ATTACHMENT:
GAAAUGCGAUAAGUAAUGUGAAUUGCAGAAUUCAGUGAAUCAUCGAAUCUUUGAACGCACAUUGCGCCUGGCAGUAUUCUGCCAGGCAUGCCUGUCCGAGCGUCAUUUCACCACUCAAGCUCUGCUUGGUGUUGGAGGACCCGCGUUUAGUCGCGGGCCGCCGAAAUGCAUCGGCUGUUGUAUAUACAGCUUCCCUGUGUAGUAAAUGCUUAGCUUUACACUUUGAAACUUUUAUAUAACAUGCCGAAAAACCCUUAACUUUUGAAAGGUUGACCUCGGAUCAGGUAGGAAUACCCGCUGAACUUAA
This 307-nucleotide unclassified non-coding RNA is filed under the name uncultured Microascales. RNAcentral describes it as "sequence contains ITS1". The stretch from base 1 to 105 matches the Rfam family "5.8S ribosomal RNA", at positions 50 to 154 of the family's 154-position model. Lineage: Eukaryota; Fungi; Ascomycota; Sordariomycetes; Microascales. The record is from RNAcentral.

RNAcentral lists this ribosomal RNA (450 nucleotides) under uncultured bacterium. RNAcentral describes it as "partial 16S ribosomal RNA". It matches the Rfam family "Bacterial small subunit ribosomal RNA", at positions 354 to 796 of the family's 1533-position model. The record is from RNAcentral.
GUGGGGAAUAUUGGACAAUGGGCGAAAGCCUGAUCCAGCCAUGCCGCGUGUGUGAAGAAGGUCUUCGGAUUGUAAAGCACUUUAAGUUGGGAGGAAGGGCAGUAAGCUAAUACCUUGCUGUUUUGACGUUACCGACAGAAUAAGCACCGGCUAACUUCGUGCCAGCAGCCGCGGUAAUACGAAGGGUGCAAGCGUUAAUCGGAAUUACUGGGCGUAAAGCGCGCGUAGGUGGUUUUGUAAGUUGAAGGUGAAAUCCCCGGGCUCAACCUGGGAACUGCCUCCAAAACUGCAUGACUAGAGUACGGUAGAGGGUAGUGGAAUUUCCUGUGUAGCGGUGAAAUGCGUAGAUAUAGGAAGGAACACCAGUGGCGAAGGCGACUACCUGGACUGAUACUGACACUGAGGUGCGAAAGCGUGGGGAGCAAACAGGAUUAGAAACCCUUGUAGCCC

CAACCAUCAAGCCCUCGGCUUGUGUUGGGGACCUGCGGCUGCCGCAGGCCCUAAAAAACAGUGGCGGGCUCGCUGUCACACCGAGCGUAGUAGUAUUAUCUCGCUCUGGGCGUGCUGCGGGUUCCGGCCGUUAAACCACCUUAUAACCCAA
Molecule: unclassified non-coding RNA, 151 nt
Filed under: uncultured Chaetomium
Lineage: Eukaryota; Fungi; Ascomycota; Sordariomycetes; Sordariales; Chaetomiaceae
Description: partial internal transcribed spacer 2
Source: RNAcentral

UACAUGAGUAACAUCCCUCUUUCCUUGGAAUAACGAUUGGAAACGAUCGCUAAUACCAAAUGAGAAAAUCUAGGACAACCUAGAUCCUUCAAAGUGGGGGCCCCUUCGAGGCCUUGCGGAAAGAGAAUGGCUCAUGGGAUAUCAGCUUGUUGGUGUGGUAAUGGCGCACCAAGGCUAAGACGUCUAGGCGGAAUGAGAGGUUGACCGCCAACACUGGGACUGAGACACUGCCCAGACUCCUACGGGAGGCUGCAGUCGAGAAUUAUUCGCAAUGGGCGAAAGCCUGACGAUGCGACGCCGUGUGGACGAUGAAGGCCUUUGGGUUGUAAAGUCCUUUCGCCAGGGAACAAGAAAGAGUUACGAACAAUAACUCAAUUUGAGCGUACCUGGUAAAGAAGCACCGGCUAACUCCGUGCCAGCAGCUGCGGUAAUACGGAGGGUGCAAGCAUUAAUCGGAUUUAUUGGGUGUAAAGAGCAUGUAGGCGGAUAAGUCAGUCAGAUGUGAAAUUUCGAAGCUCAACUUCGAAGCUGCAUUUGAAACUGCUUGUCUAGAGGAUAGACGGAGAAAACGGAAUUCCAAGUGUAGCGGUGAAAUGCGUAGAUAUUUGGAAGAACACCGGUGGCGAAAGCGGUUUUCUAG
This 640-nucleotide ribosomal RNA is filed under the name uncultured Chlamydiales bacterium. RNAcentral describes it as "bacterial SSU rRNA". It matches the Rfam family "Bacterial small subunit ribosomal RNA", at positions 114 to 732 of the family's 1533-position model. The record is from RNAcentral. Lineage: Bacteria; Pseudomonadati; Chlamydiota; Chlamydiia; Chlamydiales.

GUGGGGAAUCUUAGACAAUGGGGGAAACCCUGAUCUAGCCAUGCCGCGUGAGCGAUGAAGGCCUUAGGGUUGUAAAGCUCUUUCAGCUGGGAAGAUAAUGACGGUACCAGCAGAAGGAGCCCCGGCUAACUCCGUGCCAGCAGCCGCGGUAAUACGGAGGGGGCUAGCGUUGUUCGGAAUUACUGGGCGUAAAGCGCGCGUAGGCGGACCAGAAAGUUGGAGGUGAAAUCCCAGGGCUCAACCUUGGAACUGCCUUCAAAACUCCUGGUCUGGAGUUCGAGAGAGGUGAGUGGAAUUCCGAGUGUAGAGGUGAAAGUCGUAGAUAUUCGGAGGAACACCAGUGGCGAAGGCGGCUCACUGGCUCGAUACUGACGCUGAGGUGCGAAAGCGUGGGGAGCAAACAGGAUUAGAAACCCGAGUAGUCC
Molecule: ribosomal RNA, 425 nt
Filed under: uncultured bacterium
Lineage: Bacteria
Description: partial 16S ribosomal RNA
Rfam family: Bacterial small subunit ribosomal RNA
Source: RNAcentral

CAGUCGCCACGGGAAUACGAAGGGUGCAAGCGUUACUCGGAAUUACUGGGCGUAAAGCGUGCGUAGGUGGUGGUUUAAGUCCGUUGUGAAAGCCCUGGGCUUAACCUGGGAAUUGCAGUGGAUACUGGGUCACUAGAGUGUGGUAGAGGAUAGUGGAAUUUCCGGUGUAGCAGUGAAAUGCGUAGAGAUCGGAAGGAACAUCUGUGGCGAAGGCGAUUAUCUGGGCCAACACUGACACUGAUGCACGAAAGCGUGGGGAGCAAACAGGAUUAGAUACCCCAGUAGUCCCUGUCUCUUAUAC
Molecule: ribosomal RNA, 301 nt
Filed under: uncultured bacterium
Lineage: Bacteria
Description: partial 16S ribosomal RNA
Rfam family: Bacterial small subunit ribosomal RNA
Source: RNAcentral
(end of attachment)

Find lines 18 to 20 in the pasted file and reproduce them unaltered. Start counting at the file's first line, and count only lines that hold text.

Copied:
Rfam family: Bacterial small subunit ribosomal RNA
Source: RNAcentral

CAGUCGCCACGGGAAUACGAAGGGUGCAAGCGUUACUCGGAAUUACUGGGCGUAAAGCGUGCGUAGGUGGUGGUUUAAGUCCGUUGUGAAAGCCCUGGGCUUAACCUGGGAAUUGCAGUGGAUACUGGGUCACUAGAGUGUGGUAGAGGAUAGUGGAAUUUCCGGUGUAGCAGUGAAAUGCGUAGAGAUCGGAAGGAACAUCUGUGGCGAAGGCGAUUAUCUGGGCCAACACUGACACUGAUGCACGAAAGCGUGGGGAGCAAACAGGAUUAGAUACCCCAGUAGUCCCUGUCUCUUAUAC